- European Central Bank should increase its debt purchases to cope with rising borrowing costs.
- Stournaras stated that the high debt interest rate is affected by unexpected factors, and the European Central Bank should speed up the purchase of debt to ensure market stability and help the economy recover after the epidemic.
- “In my view, there’s fundamental justification for a tightening of nominal bond yields in the long end,” the Greek central bank governor said.
News sources reported that Yannis Stournaras, a member of the European Central Bank Management Committee and Governor of the Central Bank of Greece, said that the European Central Bank should increase its debt purchases to cope with rising borrowing costs.
The Eurozone bond yield rose to a three-year high. The European Central Bank was under pressure and the outside world called for action to ensure that interest rates remain low in order to revitalize the local economy. Stournaras became the first European Central Bank member to demand increased debt purchases in order to control the yield.
“In my view, there is an unwarranted tightening of bond yields, so it would perhaps be desirable for the ECB to accelerate the pace of PEPP purchases to ensure favorable financing conditions during the pandemic,” Stournaras said in an interview. “In my view, there’s fundamental justification for a tightening of nominal bond yields in the long end,” the Greek central bank governor said.
Two other ECB executive members, including Philip Lane and Isabel Schnabel, said earlier that they must ensure that bond yields are maintained at an appropriate level, but they did not explicitly say that they need to increase bond purchases.
Stournaras stated that the high debt interest rate is affected by unexpected factors, and the European Central Bank should speed up the purchase of debt to ensure market stability and help the economy recover after the epidemic.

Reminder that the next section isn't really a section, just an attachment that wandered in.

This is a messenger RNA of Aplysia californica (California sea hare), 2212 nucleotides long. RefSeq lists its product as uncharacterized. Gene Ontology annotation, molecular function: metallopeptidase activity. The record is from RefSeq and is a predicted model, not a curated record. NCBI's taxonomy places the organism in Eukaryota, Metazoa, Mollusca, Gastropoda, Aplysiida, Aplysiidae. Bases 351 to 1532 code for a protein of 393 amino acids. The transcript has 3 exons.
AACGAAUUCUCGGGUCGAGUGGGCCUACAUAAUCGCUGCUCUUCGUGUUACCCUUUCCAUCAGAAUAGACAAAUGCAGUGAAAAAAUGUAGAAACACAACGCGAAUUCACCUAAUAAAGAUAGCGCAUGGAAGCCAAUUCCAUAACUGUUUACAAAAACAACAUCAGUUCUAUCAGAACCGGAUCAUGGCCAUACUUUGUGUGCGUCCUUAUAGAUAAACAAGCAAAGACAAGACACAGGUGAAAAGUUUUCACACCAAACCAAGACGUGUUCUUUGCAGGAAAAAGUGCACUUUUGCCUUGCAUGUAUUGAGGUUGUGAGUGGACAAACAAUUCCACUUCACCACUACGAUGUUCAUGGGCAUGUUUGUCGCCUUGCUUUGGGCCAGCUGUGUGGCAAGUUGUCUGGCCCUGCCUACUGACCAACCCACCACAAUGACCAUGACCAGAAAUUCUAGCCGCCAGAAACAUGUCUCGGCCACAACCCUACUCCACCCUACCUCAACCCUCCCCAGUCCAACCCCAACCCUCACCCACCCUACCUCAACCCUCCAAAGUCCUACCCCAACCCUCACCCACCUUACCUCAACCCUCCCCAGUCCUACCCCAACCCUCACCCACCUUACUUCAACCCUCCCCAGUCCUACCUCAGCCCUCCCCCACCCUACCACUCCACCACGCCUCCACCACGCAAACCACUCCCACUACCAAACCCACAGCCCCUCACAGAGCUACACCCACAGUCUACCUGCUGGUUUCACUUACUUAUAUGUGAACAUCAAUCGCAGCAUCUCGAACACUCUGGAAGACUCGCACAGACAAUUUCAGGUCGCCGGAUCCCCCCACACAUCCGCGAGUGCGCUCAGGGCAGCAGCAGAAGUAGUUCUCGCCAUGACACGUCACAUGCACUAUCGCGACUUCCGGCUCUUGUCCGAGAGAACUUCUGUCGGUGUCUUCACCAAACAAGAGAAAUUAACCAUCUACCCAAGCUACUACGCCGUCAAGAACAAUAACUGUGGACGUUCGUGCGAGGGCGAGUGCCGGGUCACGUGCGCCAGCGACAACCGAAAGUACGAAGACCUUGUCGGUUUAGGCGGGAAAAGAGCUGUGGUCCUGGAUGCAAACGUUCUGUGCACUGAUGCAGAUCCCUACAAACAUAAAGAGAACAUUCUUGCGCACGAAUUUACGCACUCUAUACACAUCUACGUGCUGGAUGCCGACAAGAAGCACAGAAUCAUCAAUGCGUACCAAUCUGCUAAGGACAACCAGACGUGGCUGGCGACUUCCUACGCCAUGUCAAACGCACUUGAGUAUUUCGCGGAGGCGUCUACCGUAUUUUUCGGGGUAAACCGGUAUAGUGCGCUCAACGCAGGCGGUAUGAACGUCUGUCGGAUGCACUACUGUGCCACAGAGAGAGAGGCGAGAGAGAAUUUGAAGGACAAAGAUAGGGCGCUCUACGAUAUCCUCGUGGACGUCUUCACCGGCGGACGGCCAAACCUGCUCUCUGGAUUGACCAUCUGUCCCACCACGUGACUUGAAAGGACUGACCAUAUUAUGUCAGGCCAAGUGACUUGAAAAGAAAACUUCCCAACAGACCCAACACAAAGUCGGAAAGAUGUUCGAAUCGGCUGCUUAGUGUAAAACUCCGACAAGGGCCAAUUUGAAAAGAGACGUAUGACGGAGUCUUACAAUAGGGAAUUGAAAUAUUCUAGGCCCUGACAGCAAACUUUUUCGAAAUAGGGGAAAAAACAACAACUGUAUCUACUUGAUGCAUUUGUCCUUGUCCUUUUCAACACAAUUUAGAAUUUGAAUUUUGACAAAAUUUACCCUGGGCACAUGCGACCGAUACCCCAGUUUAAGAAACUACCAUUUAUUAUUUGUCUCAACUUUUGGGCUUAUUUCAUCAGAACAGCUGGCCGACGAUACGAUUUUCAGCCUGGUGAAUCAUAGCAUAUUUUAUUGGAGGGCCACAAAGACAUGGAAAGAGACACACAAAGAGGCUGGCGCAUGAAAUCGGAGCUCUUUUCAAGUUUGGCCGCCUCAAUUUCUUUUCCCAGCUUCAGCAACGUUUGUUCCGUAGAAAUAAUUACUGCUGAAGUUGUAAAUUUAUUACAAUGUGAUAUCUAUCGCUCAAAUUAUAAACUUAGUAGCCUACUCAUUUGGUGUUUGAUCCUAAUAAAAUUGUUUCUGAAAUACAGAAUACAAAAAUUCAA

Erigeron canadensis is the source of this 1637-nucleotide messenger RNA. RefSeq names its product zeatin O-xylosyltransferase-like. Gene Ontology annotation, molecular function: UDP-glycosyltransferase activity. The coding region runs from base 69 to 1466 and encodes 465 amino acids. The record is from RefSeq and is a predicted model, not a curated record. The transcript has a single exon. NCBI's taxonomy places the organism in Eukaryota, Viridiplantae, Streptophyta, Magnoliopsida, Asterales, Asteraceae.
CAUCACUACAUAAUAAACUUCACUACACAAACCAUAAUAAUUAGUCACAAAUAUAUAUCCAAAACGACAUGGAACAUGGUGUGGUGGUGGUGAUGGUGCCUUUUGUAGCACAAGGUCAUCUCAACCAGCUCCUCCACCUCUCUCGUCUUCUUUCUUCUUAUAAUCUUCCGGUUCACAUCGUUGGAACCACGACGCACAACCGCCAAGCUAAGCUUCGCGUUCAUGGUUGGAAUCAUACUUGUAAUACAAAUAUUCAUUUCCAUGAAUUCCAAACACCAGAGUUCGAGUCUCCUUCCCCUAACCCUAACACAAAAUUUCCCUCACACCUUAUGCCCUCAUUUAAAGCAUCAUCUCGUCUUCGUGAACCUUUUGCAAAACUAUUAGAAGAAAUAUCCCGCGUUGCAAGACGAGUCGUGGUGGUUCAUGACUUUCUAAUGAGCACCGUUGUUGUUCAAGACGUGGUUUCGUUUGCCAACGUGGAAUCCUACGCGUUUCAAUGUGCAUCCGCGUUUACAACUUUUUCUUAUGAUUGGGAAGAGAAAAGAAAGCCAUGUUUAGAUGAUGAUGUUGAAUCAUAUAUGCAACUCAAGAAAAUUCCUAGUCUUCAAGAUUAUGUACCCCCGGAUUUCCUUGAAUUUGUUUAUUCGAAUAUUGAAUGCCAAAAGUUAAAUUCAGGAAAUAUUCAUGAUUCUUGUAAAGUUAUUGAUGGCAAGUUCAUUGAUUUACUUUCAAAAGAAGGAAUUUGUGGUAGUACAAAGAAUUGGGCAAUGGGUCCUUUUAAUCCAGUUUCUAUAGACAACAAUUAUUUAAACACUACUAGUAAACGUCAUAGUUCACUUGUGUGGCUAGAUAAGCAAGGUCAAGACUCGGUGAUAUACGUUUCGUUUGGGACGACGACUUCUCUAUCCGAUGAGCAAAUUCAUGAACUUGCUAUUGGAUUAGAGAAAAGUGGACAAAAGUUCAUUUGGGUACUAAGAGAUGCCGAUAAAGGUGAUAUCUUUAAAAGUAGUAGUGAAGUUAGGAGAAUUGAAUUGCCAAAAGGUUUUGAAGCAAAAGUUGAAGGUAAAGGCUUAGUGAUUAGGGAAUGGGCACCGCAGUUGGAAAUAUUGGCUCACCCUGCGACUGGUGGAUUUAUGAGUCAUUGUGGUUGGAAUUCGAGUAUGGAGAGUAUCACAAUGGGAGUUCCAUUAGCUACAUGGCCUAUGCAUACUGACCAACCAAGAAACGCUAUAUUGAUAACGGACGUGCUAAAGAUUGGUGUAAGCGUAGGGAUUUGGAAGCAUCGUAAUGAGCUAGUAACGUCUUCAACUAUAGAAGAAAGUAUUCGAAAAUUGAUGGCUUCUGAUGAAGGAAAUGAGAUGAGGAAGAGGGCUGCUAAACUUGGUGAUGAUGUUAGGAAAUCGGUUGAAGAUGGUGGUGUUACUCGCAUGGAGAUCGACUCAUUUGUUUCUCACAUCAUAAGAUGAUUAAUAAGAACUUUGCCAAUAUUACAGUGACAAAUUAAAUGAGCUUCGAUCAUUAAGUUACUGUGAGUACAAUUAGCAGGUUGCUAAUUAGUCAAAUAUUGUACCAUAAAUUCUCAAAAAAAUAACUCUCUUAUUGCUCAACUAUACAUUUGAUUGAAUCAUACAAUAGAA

He believes that the European Central Bank should make a decision to increase its efforts to buy bonds at the interest rate meeting on the 11th of next month, saying that there is still room for 1 trillion euros in the bond purchase plan. It is believed that there is no need to make specific policy revisions.
Bond yields are currently falling across the globe. The lowered rates are allowing companies to borrow more, which, in turn, is helping to lift the economy out of its slump. However, bond buying is a temporary cure-all for the problems in the credit markets, and investors are waiting for the ECB to give the go-ahead to begin increasing rates again. With a tight job market, coupled with falling consumer spending, it may be a while before we see a return to normal.
In its own way, the ECB is acting to help the credit markets. By raising rates, it hopes to raise inflationary pressures and get markets back on track to grow. However, this raises the cost of borrowing for both governments and businesses, and so, in the long run, the effects aren’t always positive.
Bond purchases are not the only method of raising money for the government. Interest rates can also rise, and that is already having an effect on the bond markets. That’s because issuing more debt only makes it harder to make the repayments. It’s also likely to put a lot of downward pressure on the already high-interest rates of commercial loans, which is having an even more adverse impact on household budgets.
If bond prices start falling, then investors will move their money to those safer European currencies, such as the Swiss Franc or the Euro. If bond prices rise, then investors will worry about losing their invested money, and that will probably cause them to pull out of the bond markets altogether.
Regardless, this latest move should be a major concern for all bond investors. Bond prices have been dropping for quite some time now. The fact that the ECB is pumping so much money into the market could mean we may see more of this for the foreseeable future. While this is a concern for most people, it is good to know that the ECB is aware of the risks involved in bond buying and is considering ways to mitigate them. Whether or not this plan works remains to be seen – but one thing is for sure: European bond buying is likely to continue.